World Social Justice Day invites us to look at our own society and how we treat people. It also allows us to honour people who keep hanging in as they try to build a more just society. A commitment to justice in any area of life will always lead us through harsh country along a path with many dead ends and steep rises. The opportunity to honour people who had a strong sense of justice in their childhood, were attracted to a cause in their student days and have remained happily committed to a fair society into their old age encourages those at earlier stages of their journey.

Many committed people found their calling in the 1960s, a period when many young people reacted against the perceived narrowness of attitudes and horizons commended by their parents’ generation. They were led to explore new intellectual worlds, to travel abroad and to support the cause of oppressed people both in Australia and overseas.

Many committed themselves to share the lives and hardships of people who were different from themselves.

Young people then were characteristically hopeful that they could change the world if they struggled together for justice. But although much was achieved, their larger hopes were disappointed. Living with different people did not create a different self. Groups whose interests were threatened by change resisted effectively. The energy of people for protest dissipated as they began to work and support families.

More recent years have seen a similar, if more muted, movement among young people for social justice. Many students, notably in the Catholic school system, have given their time to accompany and help people who are disadvantaged. Visiting hospitals, working on soup vans, spending holidays building houses for poor people in the Third World and taking up the cause of people seeking protection in Australia, are just some of the expressions of their commitment.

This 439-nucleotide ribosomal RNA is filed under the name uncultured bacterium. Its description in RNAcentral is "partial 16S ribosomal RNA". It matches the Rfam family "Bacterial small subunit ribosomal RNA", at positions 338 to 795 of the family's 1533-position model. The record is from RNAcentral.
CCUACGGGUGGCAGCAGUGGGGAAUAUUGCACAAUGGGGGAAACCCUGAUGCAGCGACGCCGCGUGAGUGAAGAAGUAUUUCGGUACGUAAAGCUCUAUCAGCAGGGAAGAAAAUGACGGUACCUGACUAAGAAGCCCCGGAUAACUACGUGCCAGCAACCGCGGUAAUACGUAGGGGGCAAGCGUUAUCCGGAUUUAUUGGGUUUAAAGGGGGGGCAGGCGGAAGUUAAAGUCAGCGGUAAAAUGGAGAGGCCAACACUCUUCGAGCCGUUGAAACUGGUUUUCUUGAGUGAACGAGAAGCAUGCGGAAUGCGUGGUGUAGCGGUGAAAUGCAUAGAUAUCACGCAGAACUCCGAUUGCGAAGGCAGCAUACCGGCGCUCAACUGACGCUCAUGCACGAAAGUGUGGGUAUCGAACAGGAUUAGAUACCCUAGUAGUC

They seem driven less by the desire to enter new and different worlds typical of the sixties than by the desire to make a difference. But they, too, often come to wonder if they can make a difference and settle for an uneasy acceptance of injustice in the world.

The question of vital interest for Australian society and for community organisations like Jesuit Social Services is how to nurture a passion for social justice and how to encourage it through life.

That is the lifeblood of organisatons that rely on staff and volunteers with brave and compassionate hearts.

Under passion and commitment must lie a coherent conviction that all people are precious and that the rights of each must be respected. We must see human beings as dependent on one another, that no one is expendable, and that we are responsible to each other and especially to the most disadvantaged.

These are the simple principles fleshed out in Catholic Social teaching, the guiding star of Catholic community organisations like Jesuit Social Services. They are important, not because they are Catholic, but because they spell out the claims which we all make on one another as human beings for justice and compassion.